Basic Techniques

Basic

Lower Arm

  • Hold one fist up from the blade.
  • Keep your lower arm straight while you rotate, REACH + PULL until your paddle reaches your mid-thigh.
  • When your paddle reaches your mid-thigh, that’s the only time when you can BEND your lower arm and withdraw your paddle from the water . EXTEND IT STRAIGHT again– get ready for the next stroke.
  • Bending your lower arm at any other time means you are “arm paddling” (ie. you are using more strength than needed which will tire you out more quickly.)
  • Paddle close to the boat.
  • Paddle parallel to the boat.

Upper Arm/ Inner arm

  • The arm that holds the t-grip of your paddle.
  • Your fist/knuckles should be outside the boat as you paddle. If not, you’re in danger of “flaring” (ie. canoeing with a circular motion that goes outwards).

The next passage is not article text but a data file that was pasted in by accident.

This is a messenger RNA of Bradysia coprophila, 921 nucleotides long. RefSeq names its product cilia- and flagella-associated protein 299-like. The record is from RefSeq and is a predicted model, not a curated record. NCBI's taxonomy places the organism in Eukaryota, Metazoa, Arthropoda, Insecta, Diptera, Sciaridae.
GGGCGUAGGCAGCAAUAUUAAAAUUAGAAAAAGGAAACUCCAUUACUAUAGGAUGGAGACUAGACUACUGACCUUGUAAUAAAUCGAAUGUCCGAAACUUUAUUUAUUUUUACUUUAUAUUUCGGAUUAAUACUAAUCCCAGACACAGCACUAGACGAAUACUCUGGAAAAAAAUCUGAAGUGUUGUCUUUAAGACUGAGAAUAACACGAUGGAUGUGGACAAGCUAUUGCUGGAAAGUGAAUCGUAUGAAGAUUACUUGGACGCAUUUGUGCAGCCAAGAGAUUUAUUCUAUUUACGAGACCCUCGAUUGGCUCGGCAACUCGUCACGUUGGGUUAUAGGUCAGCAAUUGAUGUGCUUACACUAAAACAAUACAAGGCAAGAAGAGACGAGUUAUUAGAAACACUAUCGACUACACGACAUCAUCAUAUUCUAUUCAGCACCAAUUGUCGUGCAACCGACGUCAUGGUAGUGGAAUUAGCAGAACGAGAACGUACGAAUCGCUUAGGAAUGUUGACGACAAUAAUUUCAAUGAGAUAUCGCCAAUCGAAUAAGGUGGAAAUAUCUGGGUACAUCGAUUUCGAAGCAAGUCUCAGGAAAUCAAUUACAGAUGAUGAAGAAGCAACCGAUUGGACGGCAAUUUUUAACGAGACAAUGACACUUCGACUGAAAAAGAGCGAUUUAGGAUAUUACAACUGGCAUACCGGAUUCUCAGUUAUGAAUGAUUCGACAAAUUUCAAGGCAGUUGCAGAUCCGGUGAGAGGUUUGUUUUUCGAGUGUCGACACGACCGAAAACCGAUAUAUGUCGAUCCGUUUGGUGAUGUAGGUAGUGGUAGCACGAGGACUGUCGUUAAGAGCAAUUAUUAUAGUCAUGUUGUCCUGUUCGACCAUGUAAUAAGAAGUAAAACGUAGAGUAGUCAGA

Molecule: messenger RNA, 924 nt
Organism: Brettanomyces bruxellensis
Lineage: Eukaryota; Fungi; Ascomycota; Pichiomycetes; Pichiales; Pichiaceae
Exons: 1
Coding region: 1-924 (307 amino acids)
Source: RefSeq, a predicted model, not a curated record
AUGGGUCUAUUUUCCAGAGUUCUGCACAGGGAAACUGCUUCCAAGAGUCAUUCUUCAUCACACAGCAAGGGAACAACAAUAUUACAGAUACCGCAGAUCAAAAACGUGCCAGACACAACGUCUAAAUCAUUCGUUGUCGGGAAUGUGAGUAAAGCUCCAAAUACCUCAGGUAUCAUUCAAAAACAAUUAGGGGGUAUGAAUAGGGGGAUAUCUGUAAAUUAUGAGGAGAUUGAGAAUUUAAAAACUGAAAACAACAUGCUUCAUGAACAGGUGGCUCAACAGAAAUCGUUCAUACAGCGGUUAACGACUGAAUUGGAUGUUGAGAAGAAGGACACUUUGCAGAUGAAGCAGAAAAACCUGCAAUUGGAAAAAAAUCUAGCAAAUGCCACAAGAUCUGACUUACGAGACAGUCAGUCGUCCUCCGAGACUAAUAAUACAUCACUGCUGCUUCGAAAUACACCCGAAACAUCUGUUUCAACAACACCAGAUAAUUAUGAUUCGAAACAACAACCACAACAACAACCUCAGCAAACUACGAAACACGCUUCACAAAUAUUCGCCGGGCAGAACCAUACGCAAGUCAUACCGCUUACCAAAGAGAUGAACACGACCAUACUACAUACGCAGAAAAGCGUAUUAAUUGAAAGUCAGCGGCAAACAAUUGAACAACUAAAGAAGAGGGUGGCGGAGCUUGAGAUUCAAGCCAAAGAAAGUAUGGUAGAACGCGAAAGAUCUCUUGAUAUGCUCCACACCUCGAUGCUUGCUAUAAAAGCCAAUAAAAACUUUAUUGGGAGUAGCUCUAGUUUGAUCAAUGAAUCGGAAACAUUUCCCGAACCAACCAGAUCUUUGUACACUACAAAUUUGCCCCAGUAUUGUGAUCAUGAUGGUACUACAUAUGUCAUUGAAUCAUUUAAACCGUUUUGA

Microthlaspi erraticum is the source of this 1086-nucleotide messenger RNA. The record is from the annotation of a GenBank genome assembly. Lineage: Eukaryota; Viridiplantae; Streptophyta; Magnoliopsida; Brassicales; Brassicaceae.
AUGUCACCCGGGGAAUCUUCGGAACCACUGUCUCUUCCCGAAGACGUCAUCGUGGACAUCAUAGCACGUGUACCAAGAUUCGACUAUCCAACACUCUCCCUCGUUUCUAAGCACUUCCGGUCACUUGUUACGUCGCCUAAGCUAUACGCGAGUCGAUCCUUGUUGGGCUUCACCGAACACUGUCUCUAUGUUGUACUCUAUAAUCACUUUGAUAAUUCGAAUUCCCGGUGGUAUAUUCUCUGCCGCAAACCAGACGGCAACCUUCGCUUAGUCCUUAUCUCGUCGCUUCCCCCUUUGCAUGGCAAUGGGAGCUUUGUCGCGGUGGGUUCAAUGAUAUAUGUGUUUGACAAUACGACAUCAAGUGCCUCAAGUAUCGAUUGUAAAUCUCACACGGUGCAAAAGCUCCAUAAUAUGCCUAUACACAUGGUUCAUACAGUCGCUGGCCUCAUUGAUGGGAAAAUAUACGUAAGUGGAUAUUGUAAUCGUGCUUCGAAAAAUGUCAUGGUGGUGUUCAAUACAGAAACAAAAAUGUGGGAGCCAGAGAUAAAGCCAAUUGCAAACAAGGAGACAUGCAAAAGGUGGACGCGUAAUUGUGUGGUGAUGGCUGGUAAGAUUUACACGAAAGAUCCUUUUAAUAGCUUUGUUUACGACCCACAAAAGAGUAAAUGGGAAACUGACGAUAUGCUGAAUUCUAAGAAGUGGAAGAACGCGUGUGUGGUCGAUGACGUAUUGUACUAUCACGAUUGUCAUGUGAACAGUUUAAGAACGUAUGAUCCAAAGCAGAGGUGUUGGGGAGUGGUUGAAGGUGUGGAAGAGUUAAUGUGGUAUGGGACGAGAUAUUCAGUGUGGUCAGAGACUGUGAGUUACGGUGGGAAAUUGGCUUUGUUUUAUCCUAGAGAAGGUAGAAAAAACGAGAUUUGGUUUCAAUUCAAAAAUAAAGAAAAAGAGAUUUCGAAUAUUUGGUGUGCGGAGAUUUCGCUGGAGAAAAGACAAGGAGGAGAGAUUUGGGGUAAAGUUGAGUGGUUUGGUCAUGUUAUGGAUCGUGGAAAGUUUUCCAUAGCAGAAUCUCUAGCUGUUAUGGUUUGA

• Keep your upper arm at the same position when you enter and exit. Do not change the angle.
  • Please see “KINK” (below). Many problems occur because of the improper kink with your upper arm.
  • The right “Kink”
    • (Webmaster measured it) ~ 130 Degrees respective to your arm.
    • Do not drop your elbow while paddling. Lock it.
    • Do the PUMPING motion with your whole arm while having everything locked.
    • SHOW your armpit to your seat buddy. Let him/her smell what you’re born with.

Eyes, where to look?

  • There are 2 versions. We use the first.
    1. Coach Kevin advises us to look at our own side as far up as you can see (ideally, the strokers). When the person in front of you enters, you enter. Lean out to get a better view :p
    2. The other version is to look diagonally across. (FOR THIS TEAM, WE’RE TRYING NOT TO LOOK DIAGONALLY ACROSS. BACKS PLEASE TRY TO CORRECT THIS HABIT.) The downside of this is you can only see the elbow of the people sitting diagonally across from you. You’ll have to guess when their blade goes in. To compensate, it helps to have everyone using a paddle of the same length.
  • Which ever version it is.. KEEP IN TIME~ you and the person in front of you should be entering in at the same time. Help each other out.

 

Intermediate

Rotate and Reach